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Kids in 33 Alaska Communities Benefit from $1.25 Million in New Afterschool Funding

This fall, 33 communities across Alaska are seeing new or expanded afterschool programs for local children, thanks to $1.25 million in funding from the new Positive Youth Development Afterschool Grant Program administered by the Alaska Department of Health and Social Services.

“It’s the State of Alaska’s first time to have a direct funding stream that is connecting kids during out of school time to reduce the risk of substance abuse,” says Thomas Azzarella, director of the Alaska Afterschool Network, a program of Alaska Children’s Trust, one of the outspoken advocates of the funding.

The goal of the grant program, which was funded with a portion of Alaska’s marijuana sales tax revenue, is to help prevent Alaska’s young people from becoming involved with substance abuse, including marijuana.

“We know afterschool programs are making a difference. There’s a mountain of research that supports that, both nationally and here in Alaska,” Azzarella shares.

“We know that kids who are enrolled in afterschool programs are two-and-a-half-times less likely than their peers not enrolled in afterschool to engage in marijuana use. The goal is to engage kids in positive learning experiences during out-of-school times, when they are highest at risk.”

Current efforts are focused on fifth- through eighth-grade students. “We’re really looking at that as a time that our young people are most at-risk for starting to develop habits of substance use,” Azzarella says. “And so it’s about how can we engage those middle school-age youth in positive opportunities to keep them on track and in healthy conditions.”

In Alaska, there are currently 25,000 kids enrolled in afterschool – and an additional 45,000 kids waiting to get into a program.

“For every kid in afterschool, there are two kids waiting to get in,” Azzarella says. “This fund is helping us reduce those waitlists, expand existing services in communities that already have afterschool, and also create new programs in communities that were ‘afterschool deserts’ that didn’t have any form of out-of-school time opportunities for kids.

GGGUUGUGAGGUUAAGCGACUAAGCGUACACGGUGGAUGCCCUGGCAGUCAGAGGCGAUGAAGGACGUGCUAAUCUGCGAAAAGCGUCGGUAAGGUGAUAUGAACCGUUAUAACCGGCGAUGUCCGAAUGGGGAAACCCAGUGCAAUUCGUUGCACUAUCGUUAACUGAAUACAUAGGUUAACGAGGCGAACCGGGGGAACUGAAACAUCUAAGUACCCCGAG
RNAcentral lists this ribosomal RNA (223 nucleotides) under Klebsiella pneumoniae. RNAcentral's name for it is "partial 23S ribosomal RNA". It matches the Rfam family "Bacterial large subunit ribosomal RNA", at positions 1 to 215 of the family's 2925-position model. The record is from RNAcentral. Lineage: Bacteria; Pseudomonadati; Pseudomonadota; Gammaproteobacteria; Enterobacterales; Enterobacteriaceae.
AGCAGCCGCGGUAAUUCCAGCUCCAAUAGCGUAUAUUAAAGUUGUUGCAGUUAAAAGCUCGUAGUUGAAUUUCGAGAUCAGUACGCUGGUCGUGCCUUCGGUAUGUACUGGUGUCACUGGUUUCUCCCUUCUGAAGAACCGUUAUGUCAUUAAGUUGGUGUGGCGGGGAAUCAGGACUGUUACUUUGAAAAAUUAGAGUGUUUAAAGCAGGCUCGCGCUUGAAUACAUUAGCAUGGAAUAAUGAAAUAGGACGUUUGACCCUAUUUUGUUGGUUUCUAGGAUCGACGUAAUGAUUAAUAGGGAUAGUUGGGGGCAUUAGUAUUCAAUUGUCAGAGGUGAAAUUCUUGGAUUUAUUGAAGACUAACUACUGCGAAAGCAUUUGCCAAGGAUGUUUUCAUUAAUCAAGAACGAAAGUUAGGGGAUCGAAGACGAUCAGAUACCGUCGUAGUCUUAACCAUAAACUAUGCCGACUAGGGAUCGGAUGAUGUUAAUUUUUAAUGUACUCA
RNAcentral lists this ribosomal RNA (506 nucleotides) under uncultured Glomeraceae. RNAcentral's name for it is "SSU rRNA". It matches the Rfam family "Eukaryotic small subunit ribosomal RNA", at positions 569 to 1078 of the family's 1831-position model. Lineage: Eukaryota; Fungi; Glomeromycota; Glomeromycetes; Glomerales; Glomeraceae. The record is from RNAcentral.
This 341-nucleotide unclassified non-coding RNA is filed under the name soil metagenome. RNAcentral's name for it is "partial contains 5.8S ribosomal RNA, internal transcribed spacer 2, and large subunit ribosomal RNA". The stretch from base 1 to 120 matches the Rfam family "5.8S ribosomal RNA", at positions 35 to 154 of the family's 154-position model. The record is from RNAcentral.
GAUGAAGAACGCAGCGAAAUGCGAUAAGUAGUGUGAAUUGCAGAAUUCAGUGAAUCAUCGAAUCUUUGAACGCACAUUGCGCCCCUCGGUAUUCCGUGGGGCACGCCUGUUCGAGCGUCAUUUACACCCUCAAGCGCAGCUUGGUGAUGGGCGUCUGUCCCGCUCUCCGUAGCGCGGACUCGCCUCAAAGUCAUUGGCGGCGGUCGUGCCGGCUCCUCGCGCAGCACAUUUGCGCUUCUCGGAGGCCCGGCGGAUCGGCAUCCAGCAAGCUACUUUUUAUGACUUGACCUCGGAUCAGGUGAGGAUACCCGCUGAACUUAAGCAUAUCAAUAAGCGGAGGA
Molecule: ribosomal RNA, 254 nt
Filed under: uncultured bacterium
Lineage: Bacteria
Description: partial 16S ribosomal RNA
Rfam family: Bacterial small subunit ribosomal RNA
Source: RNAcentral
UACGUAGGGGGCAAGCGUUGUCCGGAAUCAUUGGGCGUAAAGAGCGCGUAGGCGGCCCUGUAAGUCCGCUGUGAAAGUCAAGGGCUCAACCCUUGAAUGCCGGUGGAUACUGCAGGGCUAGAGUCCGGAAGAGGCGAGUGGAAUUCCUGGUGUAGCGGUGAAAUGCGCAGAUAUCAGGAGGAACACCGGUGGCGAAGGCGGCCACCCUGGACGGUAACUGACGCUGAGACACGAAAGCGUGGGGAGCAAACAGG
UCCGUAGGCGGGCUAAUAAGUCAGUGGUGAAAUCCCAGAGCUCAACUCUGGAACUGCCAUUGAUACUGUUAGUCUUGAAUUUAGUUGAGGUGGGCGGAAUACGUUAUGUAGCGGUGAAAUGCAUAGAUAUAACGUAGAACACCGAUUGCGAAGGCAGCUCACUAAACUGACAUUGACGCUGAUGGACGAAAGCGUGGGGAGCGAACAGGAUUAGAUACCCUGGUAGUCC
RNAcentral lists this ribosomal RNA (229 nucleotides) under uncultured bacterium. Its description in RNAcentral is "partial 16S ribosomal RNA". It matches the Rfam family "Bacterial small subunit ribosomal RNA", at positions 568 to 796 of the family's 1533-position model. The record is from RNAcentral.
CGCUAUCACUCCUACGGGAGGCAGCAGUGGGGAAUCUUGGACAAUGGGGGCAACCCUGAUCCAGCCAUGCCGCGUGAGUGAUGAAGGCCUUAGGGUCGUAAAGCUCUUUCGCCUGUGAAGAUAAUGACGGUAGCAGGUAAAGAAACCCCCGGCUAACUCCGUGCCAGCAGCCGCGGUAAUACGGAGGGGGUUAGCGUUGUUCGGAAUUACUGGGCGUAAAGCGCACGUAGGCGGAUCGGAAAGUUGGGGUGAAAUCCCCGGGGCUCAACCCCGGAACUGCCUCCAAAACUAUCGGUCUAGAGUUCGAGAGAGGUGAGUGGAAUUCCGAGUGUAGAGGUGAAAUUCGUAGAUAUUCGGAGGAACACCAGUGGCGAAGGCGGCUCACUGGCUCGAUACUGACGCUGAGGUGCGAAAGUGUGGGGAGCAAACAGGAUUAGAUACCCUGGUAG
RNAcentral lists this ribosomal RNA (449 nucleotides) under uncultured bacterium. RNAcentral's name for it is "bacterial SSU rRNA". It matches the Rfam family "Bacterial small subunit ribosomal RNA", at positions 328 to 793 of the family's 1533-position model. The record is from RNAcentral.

“You might have an existing program that’s working well, but you can only serve 30 kids,” says Rep. Matt Claman, another champion of the afterschool funding, in an interview with KTVA. “The additional money gets them up to 45 kids.”

The first set of three-year, competitively awarded grants were presented to seven grantees this fall. But there is a clear need for additional funding. “There was $1.25 million given out in grant funding, but we actually had $2.9 million in requests come in,” Azzarella says.

Rep. Claman expects the grant amounts to increase in the future. “It’s based on a formula in terms of the revenue that is received, and so I would expect in future years there’ll be some additional revenue,” he says.

As a contractor for the state, Alaska Afterschool Network is now the technical assistance provider to the afterschool grantees. “We’re here to help support them in implementation and provide professional development for all afterschool and out-of-school programs in the state,” Azzarella says.

As part of this role, the network is introducing a new curriculum, Healthy Lifestyles, developed by the YESS Institute in Denver that helps youth “bust myths” around marijuana use. They are rolling it out this week at a training to more than 40 afterschool providers in Alaska.

The grant program was born through efforts led by a group of Alaska legislators, the Alaska Children’s Trust, Alaska Afterschool Network, Boys & Girls Clubs Alaska, Boys & Girls Clubs of the Kenai Peninsula, and the Alaska Department of Health and Social Services. The group successfully championed legislation last year creating the Marijuana Education and Treatment Fund and directing 25 percent of Alaska’s marijuana sales tax revenue to prevention efforts.

The first half – 12.5 percent – goes to the Department of Health & Social Services for education, treatment, surveillance, and monitoring of marijuana. The other 12.5 percent goes toward afterschool programs that engage young people in skill-building to aid the prevention of substance use. Read more about these efforts on the Alaska Children’s Trust blog.

“My hope with this fund is that we are going to see kids that are inspired and connected to their community and adults in their community that care about them,” Azzarella says.

Hear more about the grants, the projects and the youth benefiting from them in this short video.

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